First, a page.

This is an interesting question that I am asked from time to time. There does seem to be two camps in which chemists reside – one believing longer and thinner columns provide better separations and the other preferring shorter and fatter columns to do the same chromatography.
Which is right? That is a question I will try to answer based on my own data.
For organic and medicinal chemists flash chromatography is an integral part of your synthesis workflow – after all, you do need to isolate your product after synthesis.
What I have learned from talking with chemists over the years is that their purification goals typically rank in order of importance…
1. Yield (need enough intermediate product for the next synthesis step)
2. Purity (~80% intermediate purity for the next reaction)
3. Speed (faster is nice but not at the expense of yield and purity)
For most of these chemists, automated flash chromatography with pre-packed cartridges has improved reaction mixture purification efficacy. These flash systems usually have preset operational parameters to simplify the chromatography – select a cartridge, solvents, elution/detection method, and press the run button. Depending on the column size and flow rate, most runs are finished in under 20 minutes so speed is, by and large, addressed.
However, when it comes to recovered compound yield and purity the important parameters include selectivity (there needs to be a separation between the target product and the impurities/by-products) and separation efficiency (also known as plate count). Plate count/efficiency addresses the purity goal (assuming selectivity exists) and selectivity addresses the yield requirement (more separation equals more yield (and purity)).
But, how does flash column design (e.g. column length/column diameter ratio or L/D ratio) impact these parameters? As mentioned earlier, many of the chemists I have talked to over my 40-year career believe it does with most believing a column that is longer, but thinner, is better.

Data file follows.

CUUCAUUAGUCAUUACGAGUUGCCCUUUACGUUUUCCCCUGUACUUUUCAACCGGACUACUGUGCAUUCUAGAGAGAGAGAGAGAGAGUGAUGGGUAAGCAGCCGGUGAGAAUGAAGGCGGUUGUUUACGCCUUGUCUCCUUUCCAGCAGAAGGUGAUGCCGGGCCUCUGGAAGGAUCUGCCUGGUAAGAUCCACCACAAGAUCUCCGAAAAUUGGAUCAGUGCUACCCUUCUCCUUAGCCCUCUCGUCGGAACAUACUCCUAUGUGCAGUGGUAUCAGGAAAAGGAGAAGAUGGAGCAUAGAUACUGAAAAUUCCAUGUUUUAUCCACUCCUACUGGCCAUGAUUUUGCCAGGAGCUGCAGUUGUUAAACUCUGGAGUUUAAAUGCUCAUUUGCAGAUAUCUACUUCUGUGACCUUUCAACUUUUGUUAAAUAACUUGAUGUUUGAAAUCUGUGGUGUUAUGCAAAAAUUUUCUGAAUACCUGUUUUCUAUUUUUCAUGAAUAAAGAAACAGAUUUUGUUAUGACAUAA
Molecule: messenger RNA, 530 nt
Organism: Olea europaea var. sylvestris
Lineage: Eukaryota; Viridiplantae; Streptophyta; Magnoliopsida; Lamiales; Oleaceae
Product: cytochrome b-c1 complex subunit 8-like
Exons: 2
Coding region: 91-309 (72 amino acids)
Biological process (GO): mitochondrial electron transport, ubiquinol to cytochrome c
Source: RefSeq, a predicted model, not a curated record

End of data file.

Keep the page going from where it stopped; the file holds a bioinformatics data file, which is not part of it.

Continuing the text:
Well, longer columns do provide higher plate counts (more plates per column) meaning that the elution bands are sharper (reduced fraction volume) which is what you want when performing analytical HPLC. Wider columns, however, provide increased loading capacity and this is what preparative chromatography needs. In fact, for every doubling of column diameter loading capacity increases 4x – an important parameter when performing preparative (flash and HPLC) chromatography.
In flash chromatography, sample loading capacity impacts both yield and purity. There are trade-offs here – higher loads improve yield but can diminish purity while lower loads improve purity but reduce yield. That relationship is straightforward and something I previously discussed.
In my experience, it usually does not matter to a great degree whether a flash column is long and thin or short and fat if they contain the same amount of the same media. In reality, upon sample loading, whether liquid or dry, the sample will spread to the column walls and elute in a band. With long/thin columns, the band is thicker and, depending on load amount, can degrade the column’s plate count. With a wide/short column, there are fewer plates per column but the sample is spread over a much larger surface area so the elution bands are thinner they migrate down the column. Unless there are some serious column/media differences, the results usually are similar.